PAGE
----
The new Tim Hortons Field stadium won't be ready for the Hamilton Tiger-Cats home game in August, but builders insist it will be ready for the Labour Day Classic.
Ontario Sports Solutions met with Infrastructure Ontario and city officials Thursday and presented a plan to have the stadium ready by Labour Day, the city said in a statement Friday afternoon.
The stadium was originally due to be ready by June 30. Then, delays caused the Ticats to have to play their July 26 and 31 home games at McMaster University 6,000-seat Ron Joyce Stadium, missing out on a major ESPN broadcast. Now the Aug. 26 game will be played there as well.
'It'll be embarrassing for the city if it's not ready.' - Coun. Lloyd Ferguson
There has been "very significant progress in the last month," the city said.
Infrastructure Ontario (IO) says the stadium is 90-per cent complete. Outstanding work includes guard rails and hand railings, and electrical and mechanical systems such as heating and air conditioning, elevators and food services equipment installation.
Coun. Lloyd Ferguson of Ancaster, chair of the Pan Am subcommittee and retired manager of a construction company, has asked to take a tour on Tuesday to make sure the $145-million stadium will be ready for Labour Day. After so many missed deadlines, he said, he's concerned.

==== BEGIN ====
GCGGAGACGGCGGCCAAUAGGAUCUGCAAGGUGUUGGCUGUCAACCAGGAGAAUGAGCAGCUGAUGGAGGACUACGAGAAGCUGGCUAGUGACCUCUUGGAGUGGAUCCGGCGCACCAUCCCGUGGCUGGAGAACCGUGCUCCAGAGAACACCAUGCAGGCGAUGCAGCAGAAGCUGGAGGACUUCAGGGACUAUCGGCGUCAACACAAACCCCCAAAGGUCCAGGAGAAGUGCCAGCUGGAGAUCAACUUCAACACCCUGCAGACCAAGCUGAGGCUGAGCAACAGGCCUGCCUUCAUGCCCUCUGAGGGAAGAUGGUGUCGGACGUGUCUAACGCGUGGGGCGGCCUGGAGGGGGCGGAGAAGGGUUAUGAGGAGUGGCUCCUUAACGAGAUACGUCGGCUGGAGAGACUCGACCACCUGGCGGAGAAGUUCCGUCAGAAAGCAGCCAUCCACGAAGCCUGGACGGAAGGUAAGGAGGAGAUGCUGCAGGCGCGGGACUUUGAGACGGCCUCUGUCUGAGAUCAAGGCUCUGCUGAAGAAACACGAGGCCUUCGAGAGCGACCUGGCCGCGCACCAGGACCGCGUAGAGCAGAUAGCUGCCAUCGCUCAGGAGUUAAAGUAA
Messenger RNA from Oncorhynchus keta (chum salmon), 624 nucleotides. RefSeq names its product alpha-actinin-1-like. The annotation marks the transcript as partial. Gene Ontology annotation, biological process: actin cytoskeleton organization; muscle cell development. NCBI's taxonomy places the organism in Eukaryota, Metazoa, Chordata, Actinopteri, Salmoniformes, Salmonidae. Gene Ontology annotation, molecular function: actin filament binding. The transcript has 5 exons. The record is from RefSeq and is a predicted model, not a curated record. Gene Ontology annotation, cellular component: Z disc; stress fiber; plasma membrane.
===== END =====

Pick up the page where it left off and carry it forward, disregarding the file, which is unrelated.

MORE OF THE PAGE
"That’s why I’m going down for the tour," he said. "I want to see it."
"Labour Day is an absolute must. The Argonauts come into town. Interest picks up in the CFL after Labour Day. It'll be embarrassing for the city if it's not ready."
All of the project partners "are working toward a common goal and are determined to have the stadium completed as soon as possible," Infrastructure Ontario said.
The Tiger-Cats are pleased to hear there's a plan in place to be ready for the Labour Day Classic, president Glenn Gibson said.
"Kicking off the first game at our brand-new, world-class stadium on Labour Day will truly be a memorable day in Hamilton sports history."
Builders first said in January that the 22,500-seat stadium would be delayed, citing a late December ice storm and issues with subcontractors. Crews were making up for the delay by working double shifts, OSS said then. The delay grew from two weeks to six weeks throughout the spring.
With each game delay, OSS pays the Ticats up to $1 million. The stadium will also host the soccer games of the 2015 Pan Am Games, which is not expected to be impacted by the delay.
OSS says there are about 580 workers on site each day. IO is holding back $89 million of the $119-million payment until the stadium is finished.